HHS Secretary Tom Price, an orthopaedic surgeon, stated weeks ago that he wants to “reimagine” the federal department. I would humbly suggest—and hope—that one of the items he “reimagines” is the process by which policy is implemented as it relates healthcare technology.
Since 2011, the healthcare IT (HCIT) sector has been severely hampered by policy uncertainty. Each year, new guidelines and certification criteria are presented. These usually receive some negative reactions from healthcare providers, and then amended as the timelines extend or change. Many times, the policies have been changed a mere two months before their scheduled start date. For providers, the noise around these policy changes creates an environment in which uncertainty avoidance becomes a priority. That means retiring early, merging with a hospital or a larger group to share risks, putting off expansion plans and capital expenditures, and other strategies. For HCIT companies, it means not funding innovation and being forced to focusing on more and more functionality that customers do not value.
In macroeconomics the term “C bar” refers to “the autonomous real consumption expenditures by consumers but as it relates to their confidence.” In layman’s terms, it is the current outlook that consumers have towards the economy and their own financial situation. It reflects their level of confidence or lack thereof. A good level of confidence increases consumers’ likelihood to spend and borrow (otherwise known as their marginal propensity to consume). A poor level signals economic contraction is ahead. It is affected by many factors in our complex economy like housing prices, unemployment, and inflation. However, nothing affects confidence more than uncertainty! In general, when consumers sense they are not reasonably confident of what the future outcome of something will be, they pull back from the table and wait.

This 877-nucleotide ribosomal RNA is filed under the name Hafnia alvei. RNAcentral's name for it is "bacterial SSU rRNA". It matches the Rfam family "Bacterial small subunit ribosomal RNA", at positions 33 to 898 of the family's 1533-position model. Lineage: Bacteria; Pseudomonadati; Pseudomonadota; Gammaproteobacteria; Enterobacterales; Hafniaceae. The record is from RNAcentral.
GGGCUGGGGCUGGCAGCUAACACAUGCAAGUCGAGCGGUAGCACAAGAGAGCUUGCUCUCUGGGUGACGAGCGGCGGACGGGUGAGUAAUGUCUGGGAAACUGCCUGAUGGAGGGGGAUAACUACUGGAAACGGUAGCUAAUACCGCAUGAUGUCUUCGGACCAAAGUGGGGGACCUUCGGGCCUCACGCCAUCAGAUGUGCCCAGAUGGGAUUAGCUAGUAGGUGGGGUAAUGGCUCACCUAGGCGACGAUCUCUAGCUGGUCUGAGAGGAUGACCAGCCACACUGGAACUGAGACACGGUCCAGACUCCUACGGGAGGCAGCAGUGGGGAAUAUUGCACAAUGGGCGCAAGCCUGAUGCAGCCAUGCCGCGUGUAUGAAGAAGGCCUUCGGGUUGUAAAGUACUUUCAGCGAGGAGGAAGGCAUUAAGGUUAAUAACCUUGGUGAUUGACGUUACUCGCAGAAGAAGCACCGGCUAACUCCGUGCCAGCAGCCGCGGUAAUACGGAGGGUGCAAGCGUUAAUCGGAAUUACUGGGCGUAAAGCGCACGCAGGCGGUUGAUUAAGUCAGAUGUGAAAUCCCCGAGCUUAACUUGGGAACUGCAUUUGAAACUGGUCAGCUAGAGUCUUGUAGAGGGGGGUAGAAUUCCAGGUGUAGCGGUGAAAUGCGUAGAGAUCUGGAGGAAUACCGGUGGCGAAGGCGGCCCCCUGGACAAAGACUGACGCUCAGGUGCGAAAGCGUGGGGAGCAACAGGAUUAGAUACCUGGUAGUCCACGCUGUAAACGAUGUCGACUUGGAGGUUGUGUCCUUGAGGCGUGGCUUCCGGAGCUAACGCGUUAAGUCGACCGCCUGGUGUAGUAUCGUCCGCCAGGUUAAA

You can see evidence of this exact macroeconomic principle in healthcare today. I would venture a guess that if we tracked healthcare’s C bar, we would see that we are in negative territory and likely have been for years.
What we need is stability and a clear direction forward: setting policy and requirements early, providing sufficient time to implement changes, and then not surprising the industry with last-minute changes or corrections. Once confidence is restored, I believe that both providers and HCIT companies will experience a mini boom as all of the delayed investments and innovations work their way back into the sector.